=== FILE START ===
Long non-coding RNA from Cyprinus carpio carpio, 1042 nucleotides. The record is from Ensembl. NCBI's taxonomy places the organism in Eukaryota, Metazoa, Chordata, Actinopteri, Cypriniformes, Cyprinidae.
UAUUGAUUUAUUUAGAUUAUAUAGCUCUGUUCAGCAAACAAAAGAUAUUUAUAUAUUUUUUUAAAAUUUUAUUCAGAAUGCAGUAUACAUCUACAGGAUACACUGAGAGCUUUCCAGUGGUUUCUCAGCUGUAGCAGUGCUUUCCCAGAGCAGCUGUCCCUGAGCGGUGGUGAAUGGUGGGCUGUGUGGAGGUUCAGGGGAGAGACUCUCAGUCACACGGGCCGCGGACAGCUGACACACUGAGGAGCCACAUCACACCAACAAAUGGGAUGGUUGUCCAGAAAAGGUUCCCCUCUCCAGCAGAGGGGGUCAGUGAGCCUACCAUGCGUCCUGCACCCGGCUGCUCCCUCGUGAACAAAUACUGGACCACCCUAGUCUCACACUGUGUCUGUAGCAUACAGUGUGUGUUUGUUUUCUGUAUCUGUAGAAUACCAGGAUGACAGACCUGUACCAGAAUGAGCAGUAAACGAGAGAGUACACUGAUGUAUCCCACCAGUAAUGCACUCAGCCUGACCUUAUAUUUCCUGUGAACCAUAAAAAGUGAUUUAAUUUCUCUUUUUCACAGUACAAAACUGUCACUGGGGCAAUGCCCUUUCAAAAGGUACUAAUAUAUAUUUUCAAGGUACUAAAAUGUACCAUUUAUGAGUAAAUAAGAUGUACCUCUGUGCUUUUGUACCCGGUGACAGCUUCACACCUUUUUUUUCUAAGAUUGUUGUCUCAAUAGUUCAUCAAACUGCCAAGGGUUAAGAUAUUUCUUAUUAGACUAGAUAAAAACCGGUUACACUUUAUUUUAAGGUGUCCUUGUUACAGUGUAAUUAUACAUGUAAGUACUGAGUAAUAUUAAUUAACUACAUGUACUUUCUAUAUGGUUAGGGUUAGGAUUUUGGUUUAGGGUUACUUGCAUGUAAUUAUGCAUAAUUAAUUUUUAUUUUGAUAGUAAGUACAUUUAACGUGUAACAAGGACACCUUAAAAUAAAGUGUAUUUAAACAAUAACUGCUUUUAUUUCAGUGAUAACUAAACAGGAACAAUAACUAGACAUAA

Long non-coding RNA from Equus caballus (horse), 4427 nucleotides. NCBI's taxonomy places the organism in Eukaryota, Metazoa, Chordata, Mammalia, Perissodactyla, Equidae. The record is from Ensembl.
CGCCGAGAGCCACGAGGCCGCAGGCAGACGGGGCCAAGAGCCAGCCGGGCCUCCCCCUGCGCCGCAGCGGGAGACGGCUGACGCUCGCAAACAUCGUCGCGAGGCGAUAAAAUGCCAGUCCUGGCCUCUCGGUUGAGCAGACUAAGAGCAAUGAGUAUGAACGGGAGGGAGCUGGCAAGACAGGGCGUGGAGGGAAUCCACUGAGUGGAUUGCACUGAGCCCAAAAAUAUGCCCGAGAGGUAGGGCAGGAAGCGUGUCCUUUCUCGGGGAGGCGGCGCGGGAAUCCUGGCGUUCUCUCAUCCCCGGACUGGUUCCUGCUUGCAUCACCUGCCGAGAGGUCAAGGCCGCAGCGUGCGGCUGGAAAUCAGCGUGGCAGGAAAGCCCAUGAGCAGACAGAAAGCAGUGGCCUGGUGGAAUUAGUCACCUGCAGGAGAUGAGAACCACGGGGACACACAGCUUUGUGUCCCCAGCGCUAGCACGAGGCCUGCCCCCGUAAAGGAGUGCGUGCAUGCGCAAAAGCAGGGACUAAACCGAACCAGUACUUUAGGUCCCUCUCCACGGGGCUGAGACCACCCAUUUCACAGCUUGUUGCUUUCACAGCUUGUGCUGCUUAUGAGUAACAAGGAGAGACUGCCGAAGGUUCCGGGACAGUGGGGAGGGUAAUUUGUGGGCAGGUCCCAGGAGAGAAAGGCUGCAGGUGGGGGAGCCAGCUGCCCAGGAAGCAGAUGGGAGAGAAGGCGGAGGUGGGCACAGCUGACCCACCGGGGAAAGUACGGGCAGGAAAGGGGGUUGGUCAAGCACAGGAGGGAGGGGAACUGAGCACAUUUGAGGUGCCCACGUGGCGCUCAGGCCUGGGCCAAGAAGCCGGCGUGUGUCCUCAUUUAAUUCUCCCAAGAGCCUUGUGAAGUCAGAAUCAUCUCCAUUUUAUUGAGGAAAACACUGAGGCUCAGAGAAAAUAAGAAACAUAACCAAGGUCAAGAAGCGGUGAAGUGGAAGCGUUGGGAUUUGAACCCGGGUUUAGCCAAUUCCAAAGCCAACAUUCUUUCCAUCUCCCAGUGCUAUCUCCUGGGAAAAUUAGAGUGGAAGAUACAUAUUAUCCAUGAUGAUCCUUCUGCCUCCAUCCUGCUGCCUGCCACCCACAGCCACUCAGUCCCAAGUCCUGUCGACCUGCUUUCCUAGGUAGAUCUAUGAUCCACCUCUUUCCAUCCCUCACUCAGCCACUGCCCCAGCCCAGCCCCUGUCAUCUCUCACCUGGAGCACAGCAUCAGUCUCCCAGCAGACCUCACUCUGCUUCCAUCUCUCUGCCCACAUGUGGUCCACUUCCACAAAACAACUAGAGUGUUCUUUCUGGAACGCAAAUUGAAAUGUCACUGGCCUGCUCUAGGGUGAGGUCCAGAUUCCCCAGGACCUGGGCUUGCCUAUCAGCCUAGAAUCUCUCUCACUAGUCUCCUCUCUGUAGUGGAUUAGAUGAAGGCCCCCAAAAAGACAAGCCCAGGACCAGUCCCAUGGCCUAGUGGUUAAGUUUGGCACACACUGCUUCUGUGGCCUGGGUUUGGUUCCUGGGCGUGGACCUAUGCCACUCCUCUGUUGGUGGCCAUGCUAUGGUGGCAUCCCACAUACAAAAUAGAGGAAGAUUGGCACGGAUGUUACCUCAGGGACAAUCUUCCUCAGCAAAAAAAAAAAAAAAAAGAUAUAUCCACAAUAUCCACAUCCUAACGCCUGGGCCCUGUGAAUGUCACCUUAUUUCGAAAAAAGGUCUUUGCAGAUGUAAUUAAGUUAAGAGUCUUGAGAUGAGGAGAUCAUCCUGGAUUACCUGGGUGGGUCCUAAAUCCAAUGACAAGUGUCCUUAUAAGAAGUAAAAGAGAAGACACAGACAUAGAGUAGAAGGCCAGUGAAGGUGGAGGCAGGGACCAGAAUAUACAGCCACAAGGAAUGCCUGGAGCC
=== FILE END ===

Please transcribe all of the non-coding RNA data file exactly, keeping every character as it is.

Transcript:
Long non-coding RNA from Cyprinus carpio carpio, 1042 nucleotides. The record is from Ensembl. NCBI's taxonomy places the organism in Eukaryota, Metazoa, Chordata, Actinopteri, Cypriniformes, Cyprinidae.
UAUUGAUUUAUUUAGAUUAUAUAGCUCUGUUCAGCAAACAAAAGAUAUUUAUAUAUUUUUUUAAAAUUUUAUUCAGAAUGCAGUAUACAUCUACAGGAUACACUGAGAGCUUUCCAGUGGUUUCUCAGCUGUAGCAGUGCUUUCCCAGAGCAGCUGUCCCUGAGCGGUGGUGAAUGGUGGGCUGUGUGGAGGUUCAGGGGAGAGACUCUCAGUCACACGGGCCGCGGACAGCUGACACACUGAGGAGCCACAUCACACCAACAAAUGGGAUGGUUGUCCAGAAAAGGUUCCCCUCUCCAGCAGAGGGGGUCAGUGAGCCUACCAUGCGUCCUGCACCCGGCUGCUCCCUCGUGAACAAAUACUGGACCACCCUAGUCUCACACUGUGUCUGUAGCAUACAGUGUGUGUUUGUUUUCUGUAUCUGUAGAAUACCAGGAUGACAGACCUGUACCAGAAUGAGCAGUAAACGAGAGAGUACACUGAUGUAUCCCACCAGUAAUGCACUCAGCCUGACCUUAUAUUUCCUGUGAACCAUAAAAAGUGAUUUAAUUUCUCUUUUUCACAGUACAAAACUGUCACUGGGGCAAUGCCCUUUCAAAAGGUACUAAUAUAUAUUUUCAAGGUACUAAAAUGUACCAUUUAUGAGUAAAUAAGAUGUACCUCUGUGCUUUUGUACCCGGUGACAGCUUCACACCUUUUUUUUCUAAGAUUGUUGUCUCAAUAGUUCAUCAAACUGCCAAGGGUUAAGAUAUUUCUUAUUAGACUAGAUAAAAACCGGUUACACUUUAUUUUAAGGUGUCCUUGUUACAGUGUAAUUAUACAUGUAAGUACUGAGUAAUAUUAAUUAACUACAUGUACUUUCUAUAUGGUUAGGGUUAGGAUUUUGGUUUAGGGUUACUUGCAUGUAAUUAUGCAUAAUUAAUUUUUAUUUUGAUAGUAAGUACAUUUAACGUGUAACAAGGACACCUUAAAAUAAAGUGUAUUUAAACAAUAACUGCUUUUAUUUCAGUGAUAACUAAACAGGAACAAUAACUAGACAUAA

Long non-coding RNA from Equus caballus (horse), 4427 nucleotides. NCBI's taxonomy places the organism in Eukaryota, Metazoa, Chordata, Mammalia, Perissodactyla, Equidae. The record is from Ensembl.
CGCCGAGAGCCACGAGGCCGCAGGCAGACGGGGCCAAGAGCCAGCCGGGCCUCCCCCUGCGCCGCAGCGGGAGACGGCUGACGCUCGCAAACAUCGUCGCGAGGCGAUAAAAUGCCAGUCCUGGCCUCUCGGUUGAGCAGACUAAGAGCAAUGAGUAUGAACGGGAGGGAGCUGGCAAGACAGGGCGUGGAGGGAAUCCACUGAGUGGAUUGCACUGAGCCCAAAAAUAUGCCCGAGAGGUAGGGCAGGAAGCGUGUCCUUUCUCGGGGAGGCGGCGCGGGAAUCCUGGCGUUCUCUCAUCCCCGGACUGGUUCCUGCUUGCAUCACCUGCCGAGAGGUCAAGGCCGCAGCGUGCGGCUGGAAAUCAGCGUGGCAGGAAAGCCCAUGAGCAGACAGAAAGCAGUGGCCUGGUGGAAUUAGUCACCUGCAGGAGAUGAGAACCACGGGGACACACAGCUUUGUGUCCCCAGCGCUAGCACGAGGCCUGCCCCCGUAAAGGAGUGCGUGCAUGCGCAAAAGCAGGGACUAAACCGAACCAGUACUUUAGGUCCCUCUCCACGGGGCUGAGACCACCCAUUUCACAGCUUGUUGCUUUCACAGCUUGUGCUGCUUAUGAGUAACAAGGAGAGACUGCCGAAGGUUCCGGGACAGUGGGGAGGGUAAUUUGUGGGCAGGUCCCAGGAGAGAAAGGCUGCAGGUGGGGGAGCCAGCUGCCCAGGAAGCAGAUGGGAGAGAAGGCGGAGGUGGGCACAGCUGACCCACCGGGGAAAGUACGGGCAGGAAAGGGGGUUGGUCAAGCACAGGAGGGAGGGGAACUGAGCACAUUUGAGGUGCCCACGUGGCGCUCAGGCCUGGGCCAAGAAGCCGGCGUGUGUCCUCAUUUAAUUCUCCCAAGAGCCUUGUGAAGUCAGAAUCAUCUCCAUUUUAUUGAGGAAAACACUGAGGCUCAGAGAAAAUAAGAAACAUAACCAAGGUCAAGAAGCGGUGAAGUGGAAGCGUUGGGAUUUGAACCCGGGUUUAGCCAAUUCCAAAGCCAACAUUCUUUCCAUCUCCCAGUGCUAUCUCCUGGGAAAAUUAGAGUGGAAGAUACAUAUUAUCCAUGAUGAUCCUUCUGCCUCCAUCCUGCUGCCUGCCACCCACAGCCACUCAGUCCCAAGUCCUGUCGACCUGCUUUCCUAGGUAGAUCUAUGAUCCACCUCUUUCCAUCCCUCACUCAGCCACUGCCCCAGCCCAGCCCCUGUCAUCUCUCACCUGGAGCACAGCAUCAGUCUCCCAGCAGACCUCACUCUGCUUCCAUCUCUCUGCCCACAUGUGGUCCACUUCCACAAAACAACUAGAGUGUUCUUUCUGGAACGCAAAUUGAAAUGUCACUGGCCUGCUCUAGGGUGAGGUCCAGAUUCCCCAGGACCUGGGCUUGCCUAUCAGCCUAGAAUCUCUCUCACUAGUCUCCUCUCUGUAGUGGAUUAGAUGAAGGCCCCCAAAAAGACAAGCCCAGGACCAGUCCCAUGGCCUAGUGGUUAAGUUUGGCACACACUGCUUCUGUGGCCUGGGUUUGGUUCCUGGGCGUGGACCUAUGCCACUCCUCUGUUGGUGGCCAUGCUAUGGUGGCAUCCCACAUACAAAAUAGAGGAAGAUUGGCACGGAUGUUACCUCAGGGACAAUCUUCCUCAGCAAAAAAAAAAAAAAAAAGAUAUAUCCACAAUAUCCACAUCCUAACGCCUGGGCCCUGUGAAUGUCACCUUAUUUCGAAAAAAGGUCUUUGCAGAUGUAAUUAAGUUAAGAGUCUUGAGAUGAGGAGAUCAUCCUGGAUUACCUGGGUGGGUCCUAAAUCCAAUGACAAGUGUCCUUAUAAGAAGUAAAAGAGAAGACACAGACAUAGAGUAGAAGGCCAGUGAAGGUGGAGGCAGGGACCAGAAUAUACAGCCACAAGGAAUGCCUGGAGCC